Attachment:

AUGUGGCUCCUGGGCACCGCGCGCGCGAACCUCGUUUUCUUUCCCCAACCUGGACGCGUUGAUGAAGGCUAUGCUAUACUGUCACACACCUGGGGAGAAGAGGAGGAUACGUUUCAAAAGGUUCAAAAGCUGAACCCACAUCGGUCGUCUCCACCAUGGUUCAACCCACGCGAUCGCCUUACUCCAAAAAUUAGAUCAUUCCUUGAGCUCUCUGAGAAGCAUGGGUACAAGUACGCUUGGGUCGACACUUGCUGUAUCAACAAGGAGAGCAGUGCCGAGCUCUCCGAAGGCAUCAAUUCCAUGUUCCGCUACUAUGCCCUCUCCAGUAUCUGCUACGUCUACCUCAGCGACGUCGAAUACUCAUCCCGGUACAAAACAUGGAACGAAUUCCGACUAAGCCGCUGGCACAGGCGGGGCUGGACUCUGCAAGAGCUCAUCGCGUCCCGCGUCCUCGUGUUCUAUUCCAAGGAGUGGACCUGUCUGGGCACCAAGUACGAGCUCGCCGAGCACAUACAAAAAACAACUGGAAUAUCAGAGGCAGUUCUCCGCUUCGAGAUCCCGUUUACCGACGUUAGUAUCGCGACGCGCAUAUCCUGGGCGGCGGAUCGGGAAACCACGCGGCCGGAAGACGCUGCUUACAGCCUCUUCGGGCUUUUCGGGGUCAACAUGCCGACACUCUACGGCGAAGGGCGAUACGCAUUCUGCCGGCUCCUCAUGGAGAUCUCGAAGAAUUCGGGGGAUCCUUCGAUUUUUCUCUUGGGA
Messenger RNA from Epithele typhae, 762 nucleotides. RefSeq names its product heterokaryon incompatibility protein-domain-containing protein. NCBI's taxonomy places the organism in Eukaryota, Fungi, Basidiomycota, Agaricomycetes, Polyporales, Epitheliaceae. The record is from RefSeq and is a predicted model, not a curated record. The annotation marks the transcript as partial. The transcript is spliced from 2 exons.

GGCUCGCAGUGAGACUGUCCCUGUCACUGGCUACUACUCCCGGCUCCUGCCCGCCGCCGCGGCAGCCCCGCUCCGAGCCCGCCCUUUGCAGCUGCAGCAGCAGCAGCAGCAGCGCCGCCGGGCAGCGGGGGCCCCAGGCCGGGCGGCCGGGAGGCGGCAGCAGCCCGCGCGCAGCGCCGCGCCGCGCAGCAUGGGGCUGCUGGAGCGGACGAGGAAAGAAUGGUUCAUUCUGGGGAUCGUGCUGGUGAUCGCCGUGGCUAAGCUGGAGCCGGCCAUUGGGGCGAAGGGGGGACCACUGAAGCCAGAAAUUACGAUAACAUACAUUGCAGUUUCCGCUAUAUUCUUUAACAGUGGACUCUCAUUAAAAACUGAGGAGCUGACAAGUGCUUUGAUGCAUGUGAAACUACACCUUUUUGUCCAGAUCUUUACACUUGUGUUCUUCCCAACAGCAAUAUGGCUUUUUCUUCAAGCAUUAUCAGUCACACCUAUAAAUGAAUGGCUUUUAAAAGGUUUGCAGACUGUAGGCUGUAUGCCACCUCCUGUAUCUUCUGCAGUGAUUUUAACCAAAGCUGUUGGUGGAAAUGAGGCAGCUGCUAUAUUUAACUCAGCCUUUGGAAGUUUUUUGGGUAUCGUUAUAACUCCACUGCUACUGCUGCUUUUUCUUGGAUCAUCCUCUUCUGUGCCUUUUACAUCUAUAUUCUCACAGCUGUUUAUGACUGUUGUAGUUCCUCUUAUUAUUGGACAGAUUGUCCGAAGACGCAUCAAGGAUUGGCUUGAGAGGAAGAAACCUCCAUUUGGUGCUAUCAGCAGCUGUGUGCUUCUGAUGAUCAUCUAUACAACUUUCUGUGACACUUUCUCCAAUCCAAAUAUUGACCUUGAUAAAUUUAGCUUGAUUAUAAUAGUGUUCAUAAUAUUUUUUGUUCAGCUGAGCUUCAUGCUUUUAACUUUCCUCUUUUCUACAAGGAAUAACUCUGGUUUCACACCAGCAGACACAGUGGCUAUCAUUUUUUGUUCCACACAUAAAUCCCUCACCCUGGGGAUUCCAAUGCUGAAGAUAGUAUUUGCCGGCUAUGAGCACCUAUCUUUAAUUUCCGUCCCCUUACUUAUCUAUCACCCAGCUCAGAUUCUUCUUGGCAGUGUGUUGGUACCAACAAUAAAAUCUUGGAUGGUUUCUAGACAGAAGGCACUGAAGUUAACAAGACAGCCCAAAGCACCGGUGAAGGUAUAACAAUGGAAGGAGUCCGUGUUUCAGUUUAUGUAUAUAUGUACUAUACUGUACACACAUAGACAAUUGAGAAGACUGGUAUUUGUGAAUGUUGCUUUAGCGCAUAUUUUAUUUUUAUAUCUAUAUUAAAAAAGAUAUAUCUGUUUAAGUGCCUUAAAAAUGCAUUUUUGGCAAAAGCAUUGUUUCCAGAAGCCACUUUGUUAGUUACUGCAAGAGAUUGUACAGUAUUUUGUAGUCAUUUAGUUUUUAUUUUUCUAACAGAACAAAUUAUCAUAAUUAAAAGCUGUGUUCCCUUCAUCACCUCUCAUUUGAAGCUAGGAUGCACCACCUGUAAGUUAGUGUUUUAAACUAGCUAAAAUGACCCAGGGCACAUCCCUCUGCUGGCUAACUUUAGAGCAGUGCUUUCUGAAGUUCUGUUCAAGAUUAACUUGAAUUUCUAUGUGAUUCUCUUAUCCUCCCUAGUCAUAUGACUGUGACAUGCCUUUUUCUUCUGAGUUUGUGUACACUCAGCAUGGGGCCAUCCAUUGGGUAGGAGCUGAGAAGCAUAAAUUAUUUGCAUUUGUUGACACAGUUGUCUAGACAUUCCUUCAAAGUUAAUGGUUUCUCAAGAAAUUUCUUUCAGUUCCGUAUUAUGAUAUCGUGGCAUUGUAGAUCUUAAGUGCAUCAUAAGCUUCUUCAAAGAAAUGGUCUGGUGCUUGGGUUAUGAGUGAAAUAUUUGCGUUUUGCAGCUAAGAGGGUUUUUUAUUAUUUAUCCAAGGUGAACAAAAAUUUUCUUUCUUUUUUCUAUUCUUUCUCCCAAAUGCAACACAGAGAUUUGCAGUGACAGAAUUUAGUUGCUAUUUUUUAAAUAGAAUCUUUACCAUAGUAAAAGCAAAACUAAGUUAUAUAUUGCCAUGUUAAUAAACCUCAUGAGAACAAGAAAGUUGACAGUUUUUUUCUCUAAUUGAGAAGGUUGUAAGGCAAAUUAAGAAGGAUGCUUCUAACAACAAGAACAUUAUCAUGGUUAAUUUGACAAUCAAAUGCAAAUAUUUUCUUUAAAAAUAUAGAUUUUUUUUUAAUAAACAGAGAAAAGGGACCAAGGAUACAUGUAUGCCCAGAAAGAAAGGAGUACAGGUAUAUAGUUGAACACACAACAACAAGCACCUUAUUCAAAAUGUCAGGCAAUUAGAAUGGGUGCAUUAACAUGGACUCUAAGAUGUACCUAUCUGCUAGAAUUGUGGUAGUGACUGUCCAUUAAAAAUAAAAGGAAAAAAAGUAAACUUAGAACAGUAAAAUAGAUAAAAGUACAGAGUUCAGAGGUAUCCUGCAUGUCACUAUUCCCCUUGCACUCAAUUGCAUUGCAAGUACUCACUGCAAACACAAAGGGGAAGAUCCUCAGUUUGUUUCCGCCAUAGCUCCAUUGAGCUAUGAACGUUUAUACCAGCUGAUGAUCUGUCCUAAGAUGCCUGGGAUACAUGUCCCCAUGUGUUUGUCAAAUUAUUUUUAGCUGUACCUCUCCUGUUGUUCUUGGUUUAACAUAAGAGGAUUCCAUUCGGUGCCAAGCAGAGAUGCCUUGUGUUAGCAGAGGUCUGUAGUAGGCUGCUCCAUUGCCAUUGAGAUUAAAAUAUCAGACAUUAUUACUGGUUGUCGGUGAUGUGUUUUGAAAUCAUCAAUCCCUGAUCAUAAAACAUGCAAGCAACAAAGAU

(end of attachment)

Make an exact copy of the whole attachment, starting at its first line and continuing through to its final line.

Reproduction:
AUGUGGCUCCUGGGCACCGCGCGCGCGAACCUCGUUUUCUUUCCCCAACCUGGACGCGUUGAUGAAGGCUAUGCUAUACUGUCACACACCUGGGGAGAAGAGGAGGAUACGUUUCAAAAGGUUCAAAAGCUGAACCCACAUCGGUCGUCUCCACCAUGGUUCAACCCACGCGAUCGCCUUACUCCAAAAAUUAGAUCAUUCCUUGAGCUCUCUGAGAAGCAUGGGUACAAGUACGCUUGGGUCGACACUUGCUGUAUCAACAAGGAGAGCAGUGCCGAGCUCUCCGAAGGCAUCAAUUCCAUGUUCCGCUACUAUGCCCUCUCCAGUAUCUGCUACGUCUACCUCAGCGACGUCGAAUACUCAUCCCGGUACAAAACAUGGAACGAAUUCCGACUAAGCCGCUGGCACAGGCGGGGCUGGACUCUGCAAGAGCUCAUCGCGUCCCGCGUCCUCGUGUUCUAUUCCAAGGAGUGGACCUGUCUGGGCACCAAGUACGAGCUCGCCGAGCACAUACAAAAAACAACUGGAAUAUCAGAGGCAGUUCUCCGCUUCGAGAUCCCGUUUACCGACGUUAGUAUCGCGACGCGCAUAUCCUGGGCGGCGGAUCGGGAAACCACGCGGCCGGAAGACGCUGCUUACAGCCUCUUCGGGCUUUUCGGGGUCAACAUGCCGACACUCUACGGCGAAGGGCGAUACGCAUUCUGCCGGCUCCUCAUGGAGAUCUCGAAGAAUUCGGGGGAUCCUUCGAUUUUUCUCUUGGGA
Messenger RNA from Epithele typhae, 762 nucleotides. RefSeq names its product heterokaryon incompatibility protein-domain-containing protein. NCBI's taxonomy places the organism in Eukaryota, Fungi, Basidiomycota, Agaricomycetes, Polyporales, Epitheliaceae. The record is from RefSeq and is a predicted model, not a curated record. The annotation marks the transcript as partial. The transcript is spliced from 2 exons.

GGCUCGCAGUGAGACUGUCCCUGUCACUGGCUACUACUCCCGGCUCCUGCCCGCCGCCGCGGCAGCCCCGCUCCGAGCCCGCCCUUUGCAGCUGCAGCAGCAGCAGCAGCAGCGCCGCCGGGCAGCGGGGGCCCCAGGCCGGGCGGCCGGGAGGCGGCAGCAGCCCGCGCGCAGCGCCGCGCCGCGCAGCAUGGGGCUGCUGGAGCGGACGAGGAAAGAAUGGUUCAUUCUGGGGAUCGUGCUGGUGAUCGCCGUGGCUAAGCUGGAGCCGGCCAUUGGGGCGAAGGGGGGACCACUGAAGCCAGAAAUUACGAUAACAUACAUUGCAGUUUCCGCUAUAUUCUUUAACAGUGGACUCUCAUUAAAAACUGAGGAGCUGACAAGUGCUUUGAUGCAUGUGAAACUACACCUUUUUGUCCAGAUCUUUACACUUGUGUUCUUCCCAACAGCAAUAUGGCUUUUUCUUCAAGCAUUAUCAGUCACACCUAUAAAUGAAUGGCUUUUAAAAGGUUUGCAGACUGUAGGCUGUAUGCCACCUCCUGUAUCUUCUGCAGUGAUUUUAACCAAAGCUGUUGGUGGAAAUGAGGCAGCUGCUAUAUUUAACUCAGCCUUUGGAAGUUUUUUGGGUAUCGUUAUAACUCCACUGCUACUGCUGCUUUUUCUUGGAUCAUCCUCUUCUGUGCCUUUUACAUCUAUAUUCUCACAGCUGUUUAUGACUGUUGUAGUUCCUCUUAUUAUUGGACAGAUUGUCCGAAGACGCAUCAAGGAUUGGCUUGAGAGGAAGAAACCUCCAUUUGGUGCUAUCAGCAGCUGUGUGCUUCUGAUGAUCAUCUAUACAACUUUCUGUGACACUUUCUCCAAUCCAAAUAUUGACCUUGAUAAAUUUAGCUUGAUUAUAAUAGUGUUCAUAAUAUUUUUUGUUCAGCUGAGCUUCAUGCUUUUAACUUUCCUCUUUUCUACAAGGAAUAACUCUGGUUUCACACCAGCAGACACAGUGGCUAUCAUUUUUUGUUCCACACAUAAAUCCCUCACCCUGGGGAUUCCAAUGCUGAAGAUAGUAUUUGCCGGCUAUGAGCACCUAUCUUUAAUUUCCGUCCCCUUACUUAUCUAUCACCCAGCUCAGAUUCUUCUUGGCAGUGUGUUGGUACCAACAAUAAAAUCUUGGAUGGUUUCUAGACAGAAGGCACUGAAGUUAACAAGACAGCCCAAAGCACCGGUGAAGGUAUAACAAUGGAAGGAGUCCGUGUUUCAGUUUAUGUAUAUAUGUACUAUACUGUACACACAUAGACAAUUGAGAAGACUGGUAUUUGUGAAUGUUGCUUUAGCGCAUAUUUUAUUUUUAUAUCUAUAUUAAAAAAGAUAUAUCUGUUUAAGUGCCUUAAAAAUGCAUUUUUGGCAAAAGCAUUGUUUCCAGAAGCCACUUUGUUAGUUACUGCAAGAGAUUGUACAGUAUUUUGUAGUCAUUUAGUUUUUAUUUUUCUAACAGAACAAAUUAUCAUAAUUAAAAGCUGUGUUCCCUUCAUCACCUCUCAUUUGAAGCUAGGAUGCACCACCUGUAAGUUAGUGUUUUAAACUAGCUAAAAUGACCCAGGGCACAUCCCUCUGCUGGCUAACUUUAGAGCAGUGCUUUCUGAAGUUCUGUUCAAGAUUAACUUGAAUUUCUAUGUGAUUCUCUUAUCCUCCCUAGUCAUAUGACUGUGACAUGCCUUUUUCUUCUGAGUUUGUGUACACUCAGCAUGGGGCCAUCCAUUGGGUAGGAGCUGAGAAGCAUAAAUUAUUUGCAUUUGUUGACACAGUUGUCUAGACAUUCCUUCAAAGUUAAUGGUUUCUCAAGAAAUUUCUUUCAGUUCCGUAUUAUGAUAUCGUGGCAUUGUAGAUCUUAAGUGCAUCAUAAGCUUCUUCAAAGAAAUGGUCUGGUGCUUGGGUUAUGAGUGAAAUAUUUGCGUUUUGCAGCUAAGAGGGUUUUUUAUUAUUUAUCCAAGGUGAACAAAAAUUUUCUUUCUUUUUUCUAUUCUUUCUCCCAAAUGCAACACAGAGAUUUGCAGUGACAGAAUUUAGUUGCUAUUUUUUAAAUAGAAUCUUUACCAUAGUAAAAGCAAAACUAAGUUAUAUAUUGCCAUGUUAAUAAACCUCAUGAGAACAAGAAAGUUGACAGUUUUUUUCUCUAAUUGAGAAGGUUGUAAGGCAAAUUAAGAAGGAUGCUUCUAACAACAAGAACAUUAUCAUGGUUAAUUUGACAAUCAAAUGCAAAUAUUUUCUUUAAAAAUAUAGAUUUUUUUUUAAUAAACAGAGAAAAGGGACCAAGGAUACAUGUAUGCCCAGAAAGAAAGGAGUACAGGUAUAUAGUUGAACACACAACAACAAGCACCUUAUUCAAAAUGUCAGGCAAUUAGAAUGGGUGCAUUAACAUGGACUCUAAGAUGUACCUAUCUGCUAGAAUUGUGGUAGUGACUGUCCAUUAAAAAUAAAAGGAAAAAAAGUAAACUUAGAACAGUAAAAUAGAUAAAAGUACAGAGUUCAGAGGUAUCCUGCAUGUCACUAUUCCCCUUGCACUCAAUUGCAUUGCAAGUACUCACUGCAAACACAAAGGGGAAGAUCCUCAGUUUGUUUCCGCCAUAGCUCCAUUGAGCUAUGAACGUUUAUACCAGCUGAUGAUCUGUCCUAAGAUGCCUGGGAUACAUGUCCCCAUGUGUUUGUCAAAUUAUUUUUAGCUGUACCUCUCCUGUUGUUCUUGGUUUAACAUAAGAGGAUUCCAUUCGGUGCCAAGCAGAGAUGCCUUGUGUUAGCAGAGGUCUGUAGUAGGCUGCUCCAUUGCCAUUGAGAUUAAAAUAUCAGACAUUAUUACUGGUUGUCGGUGAUGUGUUUUGAAAUCAUCAAUCCCUGAUCAUAAAACAUGCAAGCAACAAAGAU